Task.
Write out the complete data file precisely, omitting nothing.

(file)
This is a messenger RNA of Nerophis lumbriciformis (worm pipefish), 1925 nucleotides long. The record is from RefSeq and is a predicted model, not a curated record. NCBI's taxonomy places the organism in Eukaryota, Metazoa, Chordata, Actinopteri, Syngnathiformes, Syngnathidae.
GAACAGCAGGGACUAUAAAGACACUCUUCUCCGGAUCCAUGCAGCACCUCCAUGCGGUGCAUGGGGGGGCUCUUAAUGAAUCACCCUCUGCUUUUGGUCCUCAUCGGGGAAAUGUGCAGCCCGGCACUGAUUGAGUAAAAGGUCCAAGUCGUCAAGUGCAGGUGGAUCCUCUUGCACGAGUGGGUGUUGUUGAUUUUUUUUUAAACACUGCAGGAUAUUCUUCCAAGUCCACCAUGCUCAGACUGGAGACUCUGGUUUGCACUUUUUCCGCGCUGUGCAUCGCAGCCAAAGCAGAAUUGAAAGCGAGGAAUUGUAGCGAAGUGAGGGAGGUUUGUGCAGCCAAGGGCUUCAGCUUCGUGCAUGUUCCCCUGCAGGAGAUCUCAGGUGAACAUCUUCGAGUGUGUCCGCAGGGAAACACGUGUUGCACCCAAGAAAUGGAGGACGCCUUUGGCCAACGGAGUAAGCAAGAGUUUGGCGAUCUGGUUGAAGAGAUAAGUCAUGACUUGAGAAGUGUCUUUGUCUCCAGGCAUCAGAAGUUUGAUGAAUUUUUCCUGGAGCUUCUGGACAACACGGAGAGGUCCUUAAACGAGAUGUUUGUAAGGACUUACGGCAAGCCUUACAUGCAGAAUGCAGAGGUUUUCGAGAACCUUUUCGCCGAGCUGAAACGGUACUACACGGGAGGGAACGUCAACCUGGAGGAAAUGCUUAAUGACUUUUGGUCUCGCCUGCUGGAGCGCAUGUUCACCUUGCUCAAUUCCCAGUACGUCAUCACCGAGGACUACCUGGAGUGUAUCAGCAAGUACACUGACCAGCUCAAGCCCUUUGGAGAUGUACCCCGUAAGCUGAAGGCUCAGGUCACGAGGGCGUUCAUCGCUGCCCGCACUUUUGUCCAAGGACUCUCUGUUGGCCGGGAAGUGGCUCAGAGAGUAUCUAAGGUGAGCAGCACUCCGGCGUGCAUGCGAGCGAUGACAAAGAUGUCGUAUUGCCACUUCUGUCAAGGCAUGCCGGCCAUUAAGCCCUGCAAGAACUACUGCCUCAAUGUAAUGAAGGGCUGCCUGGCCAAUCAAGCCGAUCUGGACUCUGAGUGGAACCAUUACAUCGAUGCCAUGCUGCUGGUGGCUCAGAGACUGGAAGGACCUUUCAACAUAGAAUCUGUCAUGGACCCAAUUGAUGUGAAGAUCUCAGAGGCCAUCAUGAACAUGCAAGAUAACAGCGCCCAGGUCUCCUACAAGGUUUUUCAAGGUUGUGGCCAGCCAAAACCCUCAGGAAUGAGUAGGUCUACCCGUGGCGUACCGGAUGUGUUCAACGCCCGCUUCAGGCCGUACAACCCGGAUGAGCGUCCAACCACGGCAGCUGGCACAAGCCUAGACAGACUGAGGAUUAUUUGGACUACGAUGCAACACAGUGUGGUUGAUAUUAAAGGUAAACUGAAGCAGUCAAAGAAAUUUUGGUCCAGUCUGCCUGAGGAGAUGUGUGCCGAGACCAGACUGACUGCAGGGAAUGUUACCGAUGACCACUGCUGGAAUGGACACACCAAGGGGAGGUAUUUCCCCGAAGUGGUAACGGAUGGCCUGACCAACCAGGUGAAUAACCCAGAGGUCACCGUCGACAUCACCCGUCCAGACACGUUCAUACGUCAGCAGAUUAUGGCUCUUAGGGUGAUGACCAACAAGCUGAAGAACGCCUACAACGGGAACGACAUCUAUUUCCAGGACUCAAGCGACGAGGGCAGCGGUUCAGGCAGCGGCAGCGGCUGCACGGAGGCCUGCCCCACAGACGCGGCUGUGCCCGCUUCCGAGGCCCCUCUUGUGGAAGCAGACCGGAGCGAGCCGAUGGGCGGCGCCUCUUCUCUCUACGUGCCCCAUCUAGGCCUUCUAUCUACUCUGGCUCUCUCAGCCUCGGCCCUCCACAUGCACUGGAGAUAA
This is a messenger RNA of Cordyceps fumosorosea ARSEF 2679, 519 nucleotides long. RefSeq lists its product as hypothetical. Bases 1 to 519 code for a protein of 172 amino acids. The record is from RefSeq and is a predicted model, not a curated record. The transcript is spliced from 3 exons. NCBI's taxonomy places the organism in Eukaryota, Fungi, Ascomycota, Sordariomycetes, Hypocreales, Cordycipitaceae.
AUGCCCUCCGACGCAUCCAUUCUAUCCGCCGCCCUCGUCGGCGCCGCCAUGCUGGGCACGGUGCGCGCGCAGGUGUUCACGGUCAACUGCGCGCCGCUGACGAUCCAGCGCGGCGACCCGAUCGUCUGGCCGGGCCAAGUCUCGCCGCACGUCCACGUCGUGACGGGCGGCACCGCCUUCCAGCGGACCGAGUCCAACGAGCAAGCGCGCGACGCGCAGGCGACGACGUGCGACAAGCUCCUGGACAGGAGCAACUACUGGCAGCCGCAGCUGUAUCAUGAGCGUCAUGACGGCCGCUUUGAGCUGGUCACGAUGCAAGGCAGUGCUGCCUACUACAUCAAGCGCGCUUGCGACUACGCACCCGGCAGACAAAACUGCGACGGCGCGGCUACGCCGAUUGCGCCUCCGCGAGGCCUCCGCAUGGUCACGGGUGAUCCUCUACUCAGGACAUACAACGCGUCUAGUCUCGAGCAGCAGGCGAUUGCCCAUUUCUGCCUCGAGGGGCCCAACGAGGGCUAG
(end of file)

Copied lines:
This is a messenger RNA of Nerophis lumbriciformis (worm pipefish), 1925 nucleotides long. The record is from RefSeq and is a predicted model, not a curated record. NCBI's taxonomy places the organism in Eukaryota, Metazoa, Chordata, Actinopteri, Syngnathiformes, Syngnathidae.
GAACAGCAGGGACUAUAAAGACACUCUUCUCCGGAUCCAUGCAGCACCUCCAUGCGGUGCAUGGGGGGGCUCUUAAUGAAUCACCCUCUGCUUUUGGUCCUCAUCGGGGAAAUGUGCAGCCCGGCACUGAUUGAGUAAAAGGUCCAAGUCGUCAAGUGCAGGUGGAUCCUCUUGCACGAGUGGGUGUUGUUGAUUUUUUUUUAAACACUGCAGGAUAUUCUUCCAAGUCCACCAUGCUCAGACUGGAGACUCUGGUUUGCACUUUUUCCGCGCUGUGCAUCGCAGCCAAAGCAGAAUUGAAAGCGAGGAAUUGUAGCGAAGUGAGGGAGGUUUGUGCAGCCAAGGGCUUCAGCUUCGUGCAUGUUCCCCUGCAGGAGAUCUCAGGUGAACAUCUUCGAGUGUGUCCGCAGGGAAACACGUGUUGCACCCAAGAAAUGGAGGACGCCUUUGGCCAACGGAGUAAGCAAGAGUUUGGCGAUCUGGUUGAAGAGAUAAGUCAUGACUUGAGAAGUGUCUUUGUCUCCAGGCAUCAGAAGUUUGAUGAAUUUUUCCUGGAGCUUCUGGACAACACGGAGAGGUCCUUAAACGAGAUGUUUGUAAGGACUUACGGCAAGCCUUACAUGCAGAAUGCAGAGGUUUUCGAGAACCUUUUCGCCGAGCUGAAACGGUACUACACGGGAGGGAACGUCAACCUGGAGGAAAUGCUUAAUGACUUUUGGUCUCGCCUGCUGGAGCGCAUGUUCACCUUGCUCAAUUCCCAGUACGUCAUCACCGAGGACUACCUGGAGUGUAUCAGCAAGUACACUGACCAGCUCAAGCCCUUUGGAGAUGUACCCCGUAAGCUGAAGGCUCAGGUCACGAGGGCGUUCAUCGCUGCCCGCACUUUUGUCCAAGGACUCUCUGUUGGCCGGGAAGUGGCUCAGAGAGUAUCUAAGGUGAGCAGCACUCCGGCGUGCAUGCGAGCGAUGACAAAGAUGUCGUAUUGCCACUUCUGUCAAGGCAUGCCGGCCAUUAAGCCCUGCAAGAACUACUGCCUCAAUGUAAUGAAGGGCUGCCUGGCCAAUCAAGCCGAUCUGGACUCUGAGUGGAACCAUUACAUCGAUGCCAUGCUGCUGGUGGCUCAGAGACUGGAAGGACCUUUCAACAUAGAAUCUGUCAUGGACCCAAUUGAUGUGAAGAUCUCAGAGGCCAUCAUGAACAUGCAAGAUAACAGCGCCCAGGUCUCCUACAAGGUUUUUCAAGGUUGUGGCCAGCCAAAACCCUCAGGAAUGAGUAGGUCUACCCGUGGCGUACCGGAUGUGUUCAACGCCCGCUUCAGGCCGUACAACCCGGAUGAGCGUCCAACCACGGCAGCUGGCACAAGCCUAGACAGACUGAGGAUUAUUUGGACUACGAUGCAACACAGUGUGGUUGAUAUUAAAGGUAAACUGAAGCAGUCAAAGAAAUUUUGGUCCAGUCUGCCUGAGGAGAUGUGUGCCGAGACCAGACUGACUGCAGGGAAUGUUACCGAUGACCACUGCUGGAAUGGACACACCAAGGGGAGGUAUUUCCCCGAAGUGGUAACGGAUGGCCUGACCAACCAGGUGAAUAACCCAGAGGUCACCGUCGACAUCACCCGUCCAGACACGUUCAUACGUCAGCAGAUUAUGGCUCUUAGGGUGAUGACCAACAAGCUGAAGAACGCCUACAACGGGAACGACAUCUAUUUCCAGGACUCAAGCGACGAGGGCAGCGGUUCAGGCAGCGGCAGCGGCUGCACGGAGGCCUGCCCCACAGACGCGGCUGUGCCCGCUUCCGAGGCCCCUCUUGUGGAAGCAGACCGGAGCGAGCCGAUGGGCGGCGCCUCUUCUCUCUACGUGCCCCAUCUAGGCCUUCUAUCUACUCUGGCUCUCUCAGCCUCGGCCCUCCACAUGCACUGGAGAUAA
This is a messenger RNA of Cordyceps fumosorosea ARSEF 2679, 519 nucleotides long. RefSeq lists its product as hypothetical. Bases 1 to 519 code for a protein of 172 amino acids. The record is from RefSeq and is a predicted model, not a curated record. The transcript is spliced from 3 exons. NCBI's taxonomy places the organism in Eukaryota, Fungi, Ascomycota, Sordariomycetes, Hypocreales, Cordycipitaceae.
AUGCCCUCCGACGCAUCCAUUCUAUCCGCCGCCCUCGUCGGCGCCGCCAUGCUGGGCACGGUGCGCGCGCAGGUGUUCACGGUCAACUGCGCGCCGCUGACGAUCCAGCGCGGCGACCCGAUCGUCUGGCCGGGCCAAGUCUCGCCGCACGUCCACGUCGUGACGGGCGGCACCGCCUUCCAGCGGACCGAGUCCAACGAGCAAGCGCGCGACGCGCAGGCGACGACGUGCGACAAGCUCCUGGACAGGAGCAACUACUGGCAGCCGCAGCUGUAUCAUGAGCGUCAUGACGGCCGCUUUGAGCUGGUCACGAUGCAAGGCAGUGCUGCCUACUACAUCAAGCGCGCUUGCGACUACGCACCCGGCAGACAAAACUGCGACGGCGCGGCUACGCCGAUUGCGCCUCCGCGAGGCCUCCGCAUGGUCACGGGUGAUCCUCUACUCAGGACAUACAACGCGUCUAGUCUCGAGCAGCAGGCGAUUGCCCAUUUCUGCCUCGAGGGGCCCAACGAGGGCUAG